Outdoors
OUTDOORS ALASKA JOURNAL OF COMMERCE Editor's note: This is the eighth in the Morris Communications series, "The case for conserving the Kenai king salmon."

Fishermen focus on how ADFG sets, achieves escapement goals

A spawned out sockeye salmon floats in Quartz Creek, an upper tributary to the Kenai River. Making sure the right amount of salmon reach the spawning grounds - known as an escapement goal - is the primary objective for Alaska Department of Fish and Game managers in the summer. That objective is difficult to achieve when sockeye are abundant and king salmon are not, as has been the case in the last several years. The way ADFG sets, and achieves, escapement goals is a matter of much debate because of the impacts on sport and commercial users as well as the impact missed goals can have on future returns.
Scott Dickerson | Alaskastock.com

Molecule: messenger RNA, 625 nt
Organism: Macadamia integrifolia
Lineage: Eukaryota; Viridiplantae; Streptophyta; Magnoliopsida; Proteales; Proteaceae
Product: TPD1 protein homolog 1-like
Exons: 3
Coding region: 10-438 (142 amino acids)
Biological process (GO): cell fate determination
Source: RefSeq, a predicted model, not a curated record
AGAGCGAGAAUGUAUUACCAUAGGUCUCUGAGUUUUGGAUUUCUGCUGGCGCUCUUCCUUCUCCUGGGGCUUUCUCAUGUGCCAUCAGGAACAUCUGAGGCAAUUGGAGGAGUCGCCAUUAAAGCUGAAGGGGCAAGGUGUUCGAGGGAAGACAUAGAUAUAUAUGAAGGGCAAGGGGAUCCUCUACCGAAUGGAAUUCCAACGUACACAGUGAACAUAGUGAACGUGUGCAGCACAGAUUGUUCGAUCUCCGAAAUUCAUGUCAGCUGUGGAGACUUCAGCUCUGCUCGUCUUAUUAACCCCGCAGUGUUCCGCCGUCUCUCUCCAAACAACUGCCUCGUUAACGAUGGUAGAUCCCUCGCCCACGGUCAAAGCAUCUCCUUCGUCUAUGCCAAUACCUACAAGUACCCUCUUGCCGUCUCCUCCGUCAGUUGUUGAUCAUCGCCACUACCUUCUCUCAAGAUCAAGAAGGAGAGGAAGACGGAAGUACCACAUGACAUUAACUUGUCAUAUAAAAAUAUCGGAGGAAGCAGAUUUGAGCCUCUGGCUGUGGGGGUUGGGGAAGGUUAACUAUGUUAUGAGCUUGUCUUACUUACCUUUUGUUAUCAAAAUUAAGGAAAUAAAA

A spawned out sockeye salmon floats in Quartz Creek, an upper tributary to the Kenai River. Making sure the right amount of salmon reach the spawning grounds - known as an escapement goal - is the primary objective for Alaska Department of Fish and Game managers in the summer. That objective is difficult to achieve when sockeye are abundant and king salmon are not, as has been the case in the last several years. The way ADFG sets, and achieves, escapement goals is a matter of much debate because of the impacts on sport and commercial users as well as the impact missed goals can have on future returns.
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